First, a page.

Take, for example, one of my favorite episodes, the “Sarcastaball” episode. This episode is about safety in football. The episode starts out with Stan, Kyle, Cartman, Kenny and Randy all watching football together. It’s clear that the football players have suffered brain trauma as one of them bakes an invisible cake on the field and another attempts to drive home with no car. The boys then tell Randy that their football coach has banned kickoffs because it’s unsafe and can cause brain trauma, and Randy flips out. Randy then goes to a PTA meeting at the boys’ school and sarcastically suggests they play football but with balloons instead of balls, compliment each other on the field instead of tackling, and wearing bras… for some reason. The school takes Randy’s proposal seriously and launches the world’s first Sarcastaball team.
This episode brilliantly demonstrates what I love so much about South Park. The show’s lack of subtlety makes it all the more amusing. Yes, football is clearly dangerous but what’s the alternative? Will the overly concerned parents of our day demand their kids play something like Sarcastaball instead? Is that really much better because at the end of the episode, Randy suffers brain damage from being sarcastic all the time? South Park almost never offers a solution to these issues and when it does it’s obviously too ridiculous to ever work in real life. It just lays out the issue and the different takes and lets the audience take it from there.
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South Park on the topic of PC culture
South Park knows, though its episode topics are always current, that the general tone of the show has always ignored viewers’ personal feelings. If you get offended, just change the channel. However, in the last couple of seasons, the show has made it abundantly apparent that they don’t really know what to do now that our culture is becoming increasingly PC – politically correct. South Park is well aware that there have been plenty of episodes that don’t fit in with the times such as “Fat Butt and Pancake Head” or “Here Comes the Neighborhood.” In 2015, the show dedicated an entire season to the subject of PC culture. The thesis of the season was that there are a lot of drawbacks to a culture that dissects everything we say but it’s good and it’s gonna win out overall so we might as well just accept it.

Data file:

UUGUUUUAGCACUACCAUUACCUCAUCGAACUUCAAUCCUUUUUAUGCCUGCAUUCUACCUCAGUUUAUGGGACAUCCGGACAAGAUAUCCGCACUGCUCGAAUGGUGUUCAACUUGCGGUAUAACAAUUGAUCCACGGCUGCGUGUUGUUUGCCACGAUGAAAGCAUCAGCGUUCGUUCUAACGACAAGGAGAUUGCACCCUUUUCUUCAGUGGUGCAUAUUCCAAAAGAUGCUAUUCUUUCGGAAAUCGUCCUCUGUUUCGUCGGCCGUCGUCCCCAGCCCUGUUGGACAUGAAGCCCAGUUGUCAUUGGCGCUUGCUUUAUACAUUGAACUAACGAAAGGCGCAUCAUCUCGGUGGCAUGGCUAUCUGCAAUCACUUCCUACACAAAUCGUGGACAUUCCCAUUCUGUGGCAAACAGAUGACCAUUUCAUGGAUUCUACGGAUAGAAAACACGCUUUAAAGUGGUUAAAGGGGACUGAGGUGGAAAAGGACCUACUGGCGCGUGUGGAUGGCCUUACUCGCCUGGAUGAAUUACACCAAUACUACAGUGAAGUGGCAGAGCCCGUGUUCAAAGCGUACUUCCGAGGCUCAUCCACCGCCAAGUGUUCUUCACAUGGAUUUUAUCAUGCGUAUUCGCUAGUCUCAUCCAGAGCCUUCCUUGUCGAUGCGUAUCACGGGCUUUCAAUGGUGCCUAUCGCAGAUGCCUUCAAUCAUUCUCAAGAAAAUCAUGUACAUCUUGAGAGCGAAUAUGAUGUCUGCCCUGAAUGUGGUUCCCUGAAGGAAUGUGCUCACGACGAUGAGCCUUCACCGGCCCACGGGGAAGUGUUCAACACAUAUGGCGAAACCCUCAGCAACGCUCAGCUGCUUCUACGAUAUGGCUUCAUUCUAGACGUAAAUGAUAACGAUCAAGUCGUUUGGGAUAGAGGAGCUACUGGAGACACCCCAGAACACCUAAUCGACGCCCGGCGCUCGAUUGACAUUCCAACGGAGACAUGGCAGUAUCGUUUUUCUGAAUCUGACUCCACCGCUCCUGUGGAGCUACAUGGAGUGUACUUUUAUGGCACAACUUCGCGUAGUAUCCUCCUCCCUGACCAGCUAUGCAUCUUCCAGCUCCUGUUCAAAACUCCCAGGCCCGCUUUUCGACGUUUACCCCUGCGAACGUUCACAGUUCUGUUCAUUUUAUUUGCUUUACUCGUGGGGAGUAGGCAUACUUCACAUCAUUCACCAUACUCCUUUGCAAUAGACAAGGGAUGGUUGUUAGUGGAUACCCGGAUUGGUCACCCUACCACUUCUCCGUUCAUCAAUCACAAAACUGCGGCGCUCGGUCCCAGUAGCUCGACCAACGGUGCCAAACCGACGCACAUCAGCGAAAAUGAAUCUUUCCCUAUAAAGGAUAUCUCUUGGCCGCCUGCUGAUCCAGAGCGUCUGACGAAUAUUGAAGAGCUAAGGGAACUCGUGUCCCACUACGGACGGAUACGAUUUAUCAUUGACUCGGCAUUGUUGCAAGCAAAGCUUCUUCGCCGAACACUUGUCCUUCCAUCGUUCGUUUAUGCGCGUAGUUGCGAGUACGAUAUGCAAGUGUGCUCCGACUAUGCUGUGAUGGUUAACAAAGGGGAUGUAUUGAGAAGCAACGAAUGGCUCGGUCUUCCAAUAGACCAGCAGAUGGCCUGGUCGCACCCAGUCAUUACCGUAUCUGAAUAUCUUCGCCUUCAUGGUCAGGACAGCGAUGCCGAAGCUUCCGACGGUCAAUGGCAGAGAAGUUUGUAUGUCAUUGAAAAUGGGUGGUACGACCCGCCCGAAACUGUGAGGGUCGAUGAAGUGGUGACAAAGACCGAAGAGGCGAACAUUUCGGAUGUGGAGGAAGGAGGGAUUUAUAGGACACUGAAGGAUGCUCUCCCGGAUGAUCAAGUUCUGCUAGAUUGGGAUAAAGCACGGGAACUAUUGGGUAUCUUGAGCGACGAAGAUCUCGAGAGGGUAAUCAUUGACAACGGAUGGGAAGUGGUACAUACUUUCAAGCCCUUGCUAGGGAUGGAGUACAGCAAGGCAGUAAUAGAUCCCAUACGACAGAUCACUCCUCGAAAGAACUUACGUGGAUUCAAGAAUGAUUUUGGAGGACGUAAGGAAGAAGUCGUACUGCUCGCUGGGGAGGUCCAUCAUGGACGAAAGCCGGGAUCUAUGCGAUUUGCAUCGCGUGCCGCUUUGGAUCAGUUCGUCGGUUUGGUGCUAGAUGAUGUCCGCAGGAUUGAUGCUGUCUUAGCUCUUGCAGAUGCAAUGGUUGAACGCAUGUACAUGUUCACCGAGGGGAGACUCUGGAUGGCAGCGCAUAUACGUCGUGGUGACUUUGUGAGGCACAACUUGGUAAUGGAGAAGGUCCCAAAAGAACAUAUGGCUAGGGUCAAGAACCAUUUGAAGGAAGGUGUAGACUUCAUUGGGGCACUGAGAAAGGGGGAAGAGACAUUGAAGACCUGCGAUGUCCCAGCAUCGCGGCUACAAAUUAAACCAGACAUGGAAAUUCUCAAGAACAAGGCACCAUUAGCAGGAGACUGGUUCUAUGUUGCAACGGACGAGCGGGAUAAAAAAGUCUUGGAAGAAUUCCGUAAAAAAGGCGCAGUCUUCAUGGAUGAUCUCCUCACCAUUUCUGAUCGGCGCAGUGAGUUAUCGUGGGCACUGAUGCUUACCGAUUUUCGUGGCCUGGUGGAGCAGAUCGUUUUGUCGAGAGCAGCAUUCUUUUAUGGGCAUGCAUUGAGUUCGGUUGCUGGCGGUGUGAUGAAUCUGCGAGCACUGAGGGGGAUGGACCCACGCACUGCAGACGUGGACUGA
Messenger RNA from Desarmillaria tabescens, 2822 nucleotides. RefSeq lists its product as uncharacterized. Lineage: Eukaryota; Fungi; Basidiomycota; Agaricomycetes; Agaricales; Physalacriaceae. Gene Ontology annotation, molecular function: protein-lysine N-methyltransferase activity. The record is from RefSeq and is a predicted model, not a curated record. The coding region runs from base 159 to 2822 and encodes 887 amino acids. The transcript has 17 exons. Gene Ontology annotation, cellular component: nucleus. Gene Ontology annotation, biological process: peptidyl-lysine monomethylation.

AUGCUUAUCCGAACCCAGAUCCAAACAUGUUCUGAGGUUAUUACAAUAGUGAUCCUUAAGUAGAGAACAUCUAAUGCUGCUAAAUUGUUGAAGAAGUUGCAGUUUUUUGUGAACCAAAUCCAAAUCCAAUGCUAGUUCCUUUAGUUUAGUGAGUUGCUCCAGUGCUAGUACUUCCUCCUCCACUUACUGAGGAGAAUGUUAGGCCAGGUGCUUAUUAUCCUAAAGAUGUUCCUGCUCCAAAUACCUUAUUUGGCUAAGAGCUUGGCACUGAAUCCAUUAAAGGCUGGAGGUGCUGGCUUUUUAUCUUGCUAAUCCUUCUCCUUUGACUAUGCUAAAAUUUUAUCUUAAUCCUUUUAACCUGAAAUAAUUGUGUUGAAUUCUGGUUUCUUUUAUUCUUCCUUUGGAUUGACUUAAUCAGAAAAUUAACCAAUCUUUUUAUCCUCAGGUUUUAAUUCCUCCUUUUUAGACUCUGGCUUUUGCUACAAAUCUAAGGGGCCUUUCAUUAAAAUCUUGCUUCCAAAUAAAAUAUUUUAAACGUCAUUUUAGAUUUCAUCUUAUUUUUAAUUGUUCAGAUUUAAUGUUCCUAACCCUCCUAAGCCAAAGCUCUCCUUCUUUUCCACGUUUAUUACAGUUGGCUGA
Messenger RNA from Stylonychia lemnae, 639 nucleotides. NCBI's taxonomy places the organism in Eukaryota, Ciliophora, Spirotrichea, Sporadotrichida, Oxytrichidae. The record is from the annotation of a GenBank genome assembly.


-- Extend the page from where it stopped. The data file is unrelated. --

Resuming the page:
South Park understands that PC can be weaponized against society but also there’s a value in the culture as a whole, namely that we all learn to accept each other as human beings regardless of gender, sexuality, or race. PC culture isn’t going away and everyone including South Park just has to live with it. Not to say, of course, that the show has lost any of its punch or ability to walk the line between what’s okay nowadays and what isn’t.
The fact is, South Park will always be South Park. Commenting on the hot button topics in the news with the lack of subtlety the show is known for is bound to ruffle a few feathers. Such is so in the episode “Dead Kids” in 2018 about societies numbness to the frequency of mass shootings or “Mexican Joker” in 2019 about Immigrant detention centers. South Park is still just as edgy as it was. The difference between now and then is instead of making fun of different cultures or traits, it makes fun of society’s errors as a whole.